You want to go out but every time you go to the store, much less often now, there is always someone who doesn’t care, someone not wearing a mask, someone oblivious to spatial awareness who brushes against you as if with sheer belligerence in their denial of reality. It is just like H1N1, they say, were you affected by the swine flu personally? Freedom is an uncertain thing, the shape of feathers and dust, full of responsibility and thrift and also carefree joy, a small Japanese car racing in the street with its engine sounding like a rocket. You imagine most people would waste it, take it for granted. It is those people who make your heart thump in your chest hotly and angry sweat run down your armpits. It is those people you think about when you lie awake in bed at night when it is hot and muggy outside and the fan is clacking away and the neighbors next door are playing a video game and their children are yelling and you think about those people who don’t care about your mother dying alone. “Excuse me, I just needed the milk.” You try to have empathy for them because all you can control is your thoughts but you think your reserves for empathy are running so low these days. So low. Kindness shouldn’t be so difficult. You remember when kindness was easy, like relieving a stranger of the burden of how you’re really feeling when they want to know how you’re doing.
But you go on because you have to. You go on because you care about someone’s mother whom you don’t even know. You go on and on even though it feels like you can’t any more and your heart is crushing you and is that shortness of breath anxiety or COVID-19? You bake cakes and sourdough bread and drink too much alcohol at noon and you try out sobriety and you do yoga and you Zoom with your friends and you feel an overwhelming sense of despair but you keep going moment by moment because you have to.
Not because you are thinking about that moment at the stop light when you once thought about what it would be like to die.
My new Kindle Paperwhite arrived in the mail yesterday and since I have had a chance to play around with it for a few hours last night, I thought I would share my first impressions.
I decided on this e-reader ultimately, even though I knew it would lock me into Amazon, because as I looked at the other e-readers out there, there was slim selection and not many had the features I wanted.
That said, I’m not an Amazon fan; I will make that clear from the start. I know this makes me sound like a hypocrite, because I have subscribed to Amazon Prime, I buy products from Amazon and I now just bought a Kindle. But in truth, I hate the Amazon monopoly, and especially how authors feel that it is their only option, because it’s got the largest market. Sometimes, it feels like the only option, even though there are alternatives, which I patronize also. I hate how I could spend a fortune on Amazon if I let myself and that is how Jeff Bezos has made his money. If I were self publishing, and that’s not an option that interests me right now, I would not only make my book available on Amazon, but other platforms as well.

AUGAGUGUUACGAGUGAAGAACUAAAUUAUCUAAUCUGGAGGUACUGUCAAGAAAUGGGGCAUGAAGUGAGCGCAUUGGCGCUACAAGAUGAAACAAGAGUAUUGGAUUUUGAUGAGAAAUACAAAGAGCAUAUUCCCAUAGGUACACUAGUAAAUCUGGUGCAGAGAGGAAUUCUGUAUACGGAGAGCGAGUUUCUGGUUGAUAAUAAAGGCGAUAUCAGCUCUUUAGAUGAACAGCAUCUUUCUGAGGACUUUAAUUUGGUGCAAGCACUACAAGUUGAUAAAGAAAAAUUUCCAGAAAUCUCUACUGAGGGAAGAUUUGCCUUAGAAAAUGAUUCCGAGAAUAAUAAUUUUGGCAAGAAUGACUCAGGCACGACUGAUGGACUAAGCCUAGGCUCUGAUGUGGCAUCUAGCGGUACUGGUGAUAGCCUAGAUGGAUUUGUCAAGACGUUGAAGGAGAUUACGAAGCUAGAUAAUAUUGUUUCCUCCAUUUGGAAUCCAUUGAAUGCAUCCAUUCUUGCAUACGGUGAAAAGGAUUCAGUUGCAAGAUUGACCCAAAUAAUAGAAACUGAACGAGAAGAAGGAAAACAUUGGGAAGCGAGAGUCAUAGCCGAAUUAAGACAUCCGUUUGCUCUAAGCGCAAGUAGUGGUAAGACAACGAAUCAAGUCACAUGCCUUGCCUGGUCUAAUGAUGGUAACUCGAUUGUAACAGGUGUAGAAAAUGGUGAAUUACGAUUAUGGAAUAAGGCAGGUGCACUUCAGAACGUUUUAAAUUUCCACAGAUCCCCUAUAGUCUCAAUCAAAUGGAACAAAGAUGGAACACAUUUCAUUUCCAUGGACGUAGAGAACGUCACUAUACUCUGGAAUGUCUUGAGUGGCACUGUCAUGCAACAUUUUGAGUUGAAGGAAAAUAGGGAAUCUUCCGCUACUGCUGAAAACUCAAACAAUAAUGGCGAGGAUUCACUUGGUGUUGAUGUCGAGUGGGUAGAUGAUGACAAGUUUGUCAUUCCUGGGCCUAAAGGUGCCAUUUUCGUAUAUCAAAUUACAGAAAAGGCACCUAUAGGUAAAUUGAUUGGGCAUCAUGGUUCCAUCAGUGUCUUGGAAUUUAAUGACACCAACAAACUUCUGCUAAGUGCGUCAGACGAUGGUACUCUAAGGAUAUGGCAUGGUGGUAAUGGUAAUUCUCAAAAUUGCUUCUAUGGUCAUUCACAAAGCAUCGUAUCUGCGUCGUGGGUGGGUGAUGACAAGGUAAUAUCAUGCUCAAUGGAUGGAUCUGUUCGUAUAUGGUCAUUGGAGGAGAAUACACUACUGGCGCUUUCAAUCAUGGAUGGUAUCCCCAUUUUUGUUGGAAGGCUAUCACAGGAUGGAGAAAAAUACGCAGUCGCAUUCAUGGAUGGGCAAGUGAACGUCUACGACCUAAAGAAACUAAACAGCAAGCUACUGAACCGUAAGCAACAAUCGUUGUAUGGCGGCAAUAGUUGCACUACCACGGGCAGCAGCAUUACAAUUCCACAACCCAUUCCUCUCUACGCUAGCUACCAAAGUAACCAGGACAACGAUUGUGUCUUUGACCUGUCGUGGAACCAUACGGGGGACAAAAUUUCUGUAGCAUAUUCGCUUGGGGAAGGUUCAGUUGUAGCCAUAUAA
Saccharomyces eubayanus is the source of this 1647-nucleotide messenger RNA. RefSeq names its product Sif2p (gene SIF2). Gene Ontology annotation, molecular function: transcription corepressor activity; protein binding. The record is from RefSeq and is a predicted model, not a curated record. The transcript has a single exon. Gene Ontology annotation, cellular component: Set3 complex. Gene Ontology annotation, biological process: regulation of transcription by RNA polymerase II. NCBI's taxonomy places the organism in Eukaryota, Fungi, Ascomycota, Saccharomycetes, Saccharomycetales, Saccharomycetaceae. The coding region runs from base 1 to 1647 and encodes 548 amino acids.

I mean, look at this: $10 a month for Amazon Prime. $10 for Kindle Unlimited. $14 for Audible. And the list goes on. But this wasn’t supposed to be a scathing diatribe about Amazon; I would boycott it completely, as I do Wal-Mart, if I found it completely disgusting. I think as with many things in American capitalism, I have simply made my peace with it. I also shop at independent bookstores, I don’t do much online shopping (until now) and (until now) I have resisted buying a Kindle.
I digress. I shall now move on to the review, but that in truth is part of the review. Physically, the Paperwhite is so thin, it shipped in an envelope. It’s extremely lightweight and sleek. It’s a modern, beautiful-looking product, with a pleasing feel to the touch. It’s got a decent sized screen, bigger than my iPhone, which I was looking for. However, the size of this device is a bit awkward to fit into the palm of your hand, so it is a little challenging to hold it comfortably if you read lying in bed a lot like I do. But I’ll trade that discomfort for a bigger screen.
Another perk is the low brightness of the screen. It has a matte finish, so it conveys less eye strain than reading on a phone. When it sleeps it looks almost like darkened plastic. This is not to say the product feels plastic; far from it. It just looks strange when it sleeps, as if it is not really real. It has almost no buttons or keys like a tablet. It has one button next to the charging port that you use to wake it up.
I found out you could use Overdrive to check out library books on the Kindle but the process of checking out a book is not intuitive and somewhat obtuse. However, the option to do so is why I wanted an e-reader, so I am glad it is possible. Otherwise, I would be spending a fortune on a $5-10 book every week, which is what I was trying to avoid. You first go to the Overdrive website, sign in using your library card information, and then you check out the book through a redirect link to the Amazon website, which then downloads the book to your Kindle as if you have bought it. You cannot, however, do this on the Kindle; you must do it on a device that can download apps. The Kindle is not a tablet, so it does not have apps, other than Goodreads.
Speaking of Goodreads, I now understand why Amazon was so interested in Goodreads. Searching for books on Kindle is quite clunky. Kindle gives you top-rated and bestselling books. Usually these are books that do not interest me, if they appeal to the masses. Goodreads is a site where people rate books. I can see now why authors like these reviews. Reviews only seem worth it to attract Kindle readers since its algorithm is built on a ratings system. Quite ingenious, really, but challenging for people like me with more discerning tastes.